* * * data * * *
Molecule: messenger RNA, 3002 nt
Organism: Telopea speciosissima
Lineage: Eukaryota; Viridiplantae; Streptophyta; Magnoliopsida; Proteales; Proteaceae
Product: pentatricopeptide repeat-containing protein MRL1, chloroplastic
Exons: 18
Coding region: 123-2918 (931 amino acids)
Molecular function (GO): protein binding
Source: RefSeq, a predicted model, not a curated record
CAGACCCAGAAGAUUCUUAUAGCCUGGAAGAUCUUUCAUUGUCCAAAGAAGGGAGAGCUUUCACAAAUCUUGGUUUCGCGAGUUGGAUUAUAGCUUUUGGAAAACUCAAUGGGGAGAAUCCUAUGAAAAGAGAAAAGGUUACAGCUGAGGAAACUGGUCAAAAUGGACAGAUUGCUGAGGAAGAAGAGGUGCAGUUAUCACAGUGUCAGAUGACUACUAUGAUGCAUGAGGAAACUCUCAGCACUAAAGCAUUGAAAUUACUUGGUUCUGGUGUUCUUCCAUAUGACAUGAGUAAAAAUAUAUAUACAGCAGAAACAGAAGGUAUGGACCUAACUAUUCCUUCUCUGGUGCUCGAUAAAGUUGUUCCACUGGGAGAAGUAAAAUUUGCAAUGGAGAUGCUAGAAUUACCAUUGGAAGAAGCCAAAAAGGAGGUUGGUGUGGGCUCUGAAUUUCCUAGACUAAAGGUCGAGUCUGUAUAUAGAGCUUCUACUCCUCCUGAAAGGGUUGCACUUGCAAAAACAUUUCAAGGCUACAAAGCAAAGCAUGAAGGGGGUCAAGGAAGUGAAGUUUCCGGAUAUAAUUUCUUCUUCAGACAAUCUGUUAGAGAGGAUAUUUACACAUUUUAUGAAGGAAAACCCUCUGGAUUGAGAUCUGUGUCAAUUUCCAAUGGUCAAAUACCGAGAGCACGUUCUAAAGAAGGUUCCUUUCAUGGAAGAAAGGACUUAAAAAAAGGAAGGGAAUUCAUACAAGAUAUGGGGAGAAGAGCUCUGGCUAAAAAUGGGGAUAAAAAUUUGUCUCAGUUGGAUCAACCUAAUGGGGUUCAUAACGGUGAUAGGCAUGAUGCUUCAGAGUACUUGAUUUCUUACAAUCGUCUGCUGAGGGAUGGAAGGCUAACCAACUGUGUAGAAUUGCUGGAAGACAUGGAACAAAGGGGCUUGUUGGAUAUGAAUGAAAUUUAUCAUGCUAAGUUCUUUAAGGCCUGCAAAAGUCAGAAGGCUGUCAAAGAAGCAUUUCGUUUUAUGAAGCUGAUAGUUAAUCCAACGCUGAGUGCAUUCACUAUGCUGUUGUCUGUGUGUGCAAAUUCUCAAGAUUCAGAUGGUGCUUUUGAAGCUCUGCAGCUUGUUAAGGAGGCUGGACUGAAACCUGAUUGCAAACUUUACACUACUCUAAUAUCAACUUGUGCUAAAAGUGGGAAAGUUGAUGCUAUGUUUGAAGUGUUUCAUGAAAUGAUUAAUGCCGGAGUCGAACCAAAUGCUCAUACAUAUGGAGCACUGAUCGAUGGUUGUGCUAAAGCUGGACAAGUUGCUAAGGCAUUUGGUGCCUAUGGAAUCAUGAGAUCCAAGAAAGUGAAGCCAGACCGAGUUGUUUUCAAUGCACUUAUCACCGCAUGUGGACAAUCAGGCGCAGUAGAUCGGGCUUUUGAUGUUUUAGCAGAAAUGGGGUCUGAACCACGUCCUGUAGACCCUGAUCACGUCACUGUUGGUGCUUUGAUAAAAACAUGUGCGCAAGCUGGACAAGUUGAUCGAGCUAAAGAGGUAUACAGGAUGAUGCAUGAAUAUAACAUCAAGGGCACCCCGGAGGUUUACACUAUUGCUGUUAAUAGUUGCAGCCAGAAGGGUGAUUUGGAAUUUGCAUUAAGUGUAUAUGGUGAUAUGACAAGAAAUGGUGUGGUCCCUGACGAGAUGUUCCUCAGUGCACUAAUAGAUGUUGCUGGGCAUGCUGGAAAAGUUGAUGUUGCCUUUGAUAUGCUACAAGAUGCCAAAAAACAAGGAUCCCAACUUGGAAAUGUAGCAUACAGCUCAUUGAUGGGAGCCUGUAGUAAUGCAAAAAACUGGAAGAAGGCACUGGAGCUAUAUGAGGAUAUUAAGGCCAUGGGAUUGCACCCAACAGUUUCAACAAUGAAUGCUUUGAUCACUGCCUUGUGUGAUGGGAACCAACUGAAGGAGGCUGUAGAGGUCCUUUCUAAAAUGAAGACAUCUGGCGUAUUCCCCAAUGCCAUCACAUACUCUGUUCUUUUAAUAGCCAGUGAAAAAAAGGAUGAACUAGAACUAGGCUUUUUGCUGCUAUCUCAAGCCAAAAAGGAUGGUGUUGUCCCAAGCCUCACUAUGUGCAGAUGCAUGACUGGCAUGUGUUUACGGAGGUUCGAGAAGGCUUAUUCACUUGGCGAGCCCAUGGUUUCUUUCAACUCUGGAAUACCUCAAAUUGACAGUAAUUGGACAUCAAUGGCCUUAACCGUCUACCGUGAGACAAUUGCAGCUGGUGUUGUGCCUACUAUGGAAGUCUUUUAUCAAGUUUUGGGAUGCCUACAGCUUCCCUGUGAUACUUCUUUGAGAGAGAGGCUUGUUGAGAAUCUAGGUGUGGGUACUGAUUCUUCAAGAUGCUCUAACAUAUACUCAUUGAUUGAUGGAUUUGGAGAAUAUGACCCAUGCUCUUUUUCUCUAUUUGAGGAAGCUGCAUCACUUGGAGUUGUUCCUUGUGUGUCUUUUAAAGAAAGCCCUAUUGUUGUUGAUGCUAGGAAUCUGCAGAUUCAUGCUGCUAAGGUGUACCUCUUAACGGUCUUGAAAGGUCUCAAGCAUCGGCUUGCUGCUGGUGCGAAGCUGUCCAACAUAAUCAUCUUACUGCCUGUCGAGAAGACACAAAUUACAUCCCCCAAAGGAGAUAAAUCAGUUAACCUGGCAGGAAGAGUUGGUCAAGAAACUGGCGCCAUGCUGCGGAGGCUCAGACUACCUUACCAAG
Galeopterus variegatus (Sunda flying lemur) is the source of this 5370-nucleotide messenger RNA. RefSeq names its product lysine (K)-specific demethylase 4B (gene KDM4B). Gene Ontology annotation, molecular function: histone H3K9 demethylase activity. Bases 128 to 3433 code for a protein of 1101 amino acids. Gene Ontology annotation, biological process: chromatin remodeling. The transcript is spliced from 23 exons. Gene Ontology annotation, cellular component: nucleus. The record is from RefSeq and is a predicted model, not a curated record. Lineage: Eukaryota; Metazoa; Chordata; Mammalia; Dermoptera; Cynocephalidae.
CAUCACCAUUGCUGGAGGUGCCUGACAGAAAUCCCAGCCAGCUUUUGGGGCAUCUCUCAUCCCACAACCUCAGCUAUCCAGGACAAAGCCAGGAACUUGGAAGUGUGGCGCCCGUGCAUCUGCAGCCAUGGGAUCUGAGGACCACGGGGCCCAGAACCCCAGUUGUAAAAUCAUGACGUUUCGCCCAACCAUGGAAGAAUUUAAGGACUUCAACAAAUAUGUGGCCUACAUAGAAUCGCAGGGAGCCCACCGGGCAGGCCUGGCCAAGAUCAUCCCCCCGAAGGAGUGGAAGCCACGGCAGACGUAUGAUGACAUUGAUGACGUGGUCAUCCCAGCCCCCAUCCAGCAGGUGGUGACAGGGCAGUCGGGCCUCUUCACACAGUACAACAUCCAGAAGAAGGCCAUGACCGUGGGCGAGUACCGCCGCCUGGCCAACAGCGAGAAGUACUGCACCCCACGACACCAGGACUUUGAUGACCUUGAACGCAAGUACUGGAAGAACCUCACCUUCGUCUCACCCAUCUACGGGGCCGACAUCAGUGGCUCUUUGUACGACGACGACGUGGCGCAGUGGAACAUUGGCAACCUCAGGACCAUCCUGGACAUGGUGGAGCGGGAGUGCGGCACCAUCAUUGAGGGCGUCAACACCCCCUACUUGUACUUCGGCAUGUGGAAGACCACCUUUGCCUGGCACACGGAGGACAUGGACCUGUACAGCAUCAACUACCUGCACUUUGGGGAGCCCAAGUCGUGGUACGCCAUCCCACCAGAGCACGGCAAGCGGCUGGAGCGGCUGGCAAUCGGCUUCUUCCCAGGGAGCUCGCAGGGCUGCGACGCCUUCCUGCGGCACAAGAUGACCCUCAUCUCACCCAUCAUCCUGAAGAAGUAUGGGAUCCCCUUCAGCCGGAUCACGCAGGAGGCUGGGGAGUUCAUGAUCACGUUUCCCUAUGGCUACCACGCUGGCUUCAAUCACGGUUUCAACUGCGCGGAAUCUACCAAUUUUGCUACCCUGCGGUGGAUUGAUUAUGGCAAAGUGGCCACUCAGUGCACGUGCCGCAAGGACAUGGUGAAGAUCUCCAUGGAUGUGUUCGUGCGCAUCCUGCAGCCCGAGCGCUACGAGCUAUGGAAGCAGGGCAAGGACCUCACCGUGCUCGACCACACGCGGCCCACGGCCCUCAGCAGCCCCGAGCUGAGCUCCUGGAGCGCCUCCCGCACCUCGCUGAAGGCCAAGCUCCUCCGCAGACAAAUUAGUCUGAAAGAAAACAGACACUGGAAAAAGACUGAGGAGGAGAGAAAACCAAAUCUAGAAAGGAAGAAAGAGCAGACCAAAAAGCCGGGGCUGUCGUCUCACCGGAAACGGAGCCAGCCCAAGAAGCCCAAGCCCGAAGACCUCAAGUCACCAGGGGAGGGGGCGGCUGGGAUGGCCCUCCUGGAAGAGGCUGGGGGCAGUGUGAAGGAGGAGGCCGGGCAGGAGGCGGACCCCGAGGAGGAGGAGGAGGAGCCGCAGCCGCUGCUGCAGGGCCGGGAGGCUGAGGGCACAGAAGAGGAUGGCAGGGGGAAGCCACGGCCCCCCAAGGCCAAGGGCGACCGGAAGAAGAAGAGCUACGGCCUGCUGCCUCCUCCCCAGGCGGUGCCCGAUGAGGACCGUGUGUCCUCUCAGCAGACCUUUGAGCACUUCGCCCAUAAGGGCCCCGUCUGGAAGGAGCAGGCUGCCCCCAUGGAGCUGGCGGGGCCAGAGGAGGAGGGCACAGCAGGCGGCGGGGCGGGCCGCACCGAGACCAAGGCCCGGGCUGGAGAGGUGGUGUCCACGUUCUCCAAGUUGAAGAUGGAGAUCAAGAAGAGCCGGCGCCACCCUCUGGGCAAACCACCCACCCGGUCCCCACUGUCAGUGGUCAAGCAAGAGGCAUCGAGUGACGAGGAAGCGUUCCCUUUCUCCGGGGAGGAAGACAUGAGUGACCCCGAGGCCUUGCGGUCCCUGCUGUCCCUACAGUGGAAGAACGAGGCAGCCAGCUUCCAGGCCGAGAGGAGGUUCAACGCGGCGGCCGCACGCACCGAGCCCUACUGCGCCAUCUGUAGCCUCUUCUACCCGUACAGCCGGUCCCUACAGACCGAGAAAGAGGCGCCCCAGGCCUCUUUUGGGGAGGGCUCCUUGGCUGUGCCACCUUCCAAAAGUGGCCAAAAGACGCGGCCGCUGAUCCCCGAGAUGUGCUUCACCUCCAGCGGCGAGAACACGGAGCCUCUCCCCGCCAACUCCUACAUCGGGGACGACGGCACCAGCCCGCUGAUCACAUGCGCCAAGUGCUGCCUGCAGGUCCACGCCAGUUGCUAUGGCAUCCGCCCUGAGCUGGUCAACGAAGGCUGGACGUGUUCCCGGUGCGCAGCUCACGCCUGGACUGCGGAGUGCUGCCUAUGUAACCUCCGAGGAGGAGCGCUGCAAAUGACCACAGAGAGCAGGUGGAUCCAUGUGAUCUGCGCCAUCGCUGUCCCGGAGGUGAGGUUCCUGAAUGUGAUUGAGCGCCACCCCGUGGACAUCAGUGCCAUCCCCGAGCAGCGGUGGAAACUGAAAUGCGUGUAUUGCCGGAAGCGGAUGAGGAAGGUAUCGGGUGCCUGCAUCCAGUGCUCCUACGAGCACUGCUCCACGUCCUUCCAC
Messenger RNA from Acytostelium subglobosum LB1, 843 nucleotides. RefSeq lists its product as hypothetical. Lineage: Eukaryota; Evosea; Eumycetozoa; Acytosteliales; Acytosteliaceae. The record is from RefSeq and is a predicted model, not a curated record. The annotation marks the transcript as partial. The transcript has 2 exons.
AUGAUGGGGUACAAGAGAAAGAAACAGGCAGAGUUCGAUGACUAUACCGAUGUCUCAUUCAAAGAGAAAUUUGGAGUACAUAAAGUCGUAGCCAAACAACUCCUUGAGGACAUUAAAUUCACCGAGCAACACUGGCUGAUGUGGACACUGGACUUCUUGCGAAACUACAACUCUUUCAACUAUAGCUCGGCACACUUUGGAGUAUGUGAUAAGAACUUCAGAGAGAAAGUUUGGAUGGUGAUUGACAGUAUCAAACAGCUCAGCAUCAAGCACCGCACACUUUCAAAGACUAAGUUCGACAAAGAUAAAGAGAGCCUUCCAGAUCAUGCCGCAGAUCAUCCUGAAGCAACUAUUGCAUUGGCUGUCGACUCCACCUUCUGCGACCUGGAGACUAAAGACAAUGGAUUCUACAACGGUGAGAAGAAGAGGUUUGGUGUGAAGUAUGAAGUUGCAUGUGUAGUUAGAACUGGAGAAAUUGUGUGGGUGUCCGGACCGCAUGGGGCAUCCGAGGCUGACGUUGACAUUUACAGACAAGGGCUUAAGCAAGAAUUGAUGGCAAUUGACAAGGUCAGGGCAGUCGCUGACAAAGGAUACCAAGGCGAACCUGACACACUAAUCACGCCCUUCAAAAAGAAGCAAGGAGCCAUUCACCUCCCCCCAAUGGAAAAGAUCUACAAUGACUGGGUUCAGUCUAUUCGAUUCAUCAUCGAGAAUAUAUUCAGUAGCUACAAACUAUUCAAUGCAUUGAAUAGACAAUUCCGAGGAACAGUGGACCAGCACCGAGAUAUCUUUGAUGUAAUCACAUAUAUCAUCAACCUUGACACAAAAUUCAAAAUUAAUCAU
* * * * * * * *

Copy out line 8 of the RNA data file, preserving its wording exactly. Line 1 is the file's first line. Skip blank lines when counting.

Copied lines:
Source: RefSeq, a predicted model, not a curated record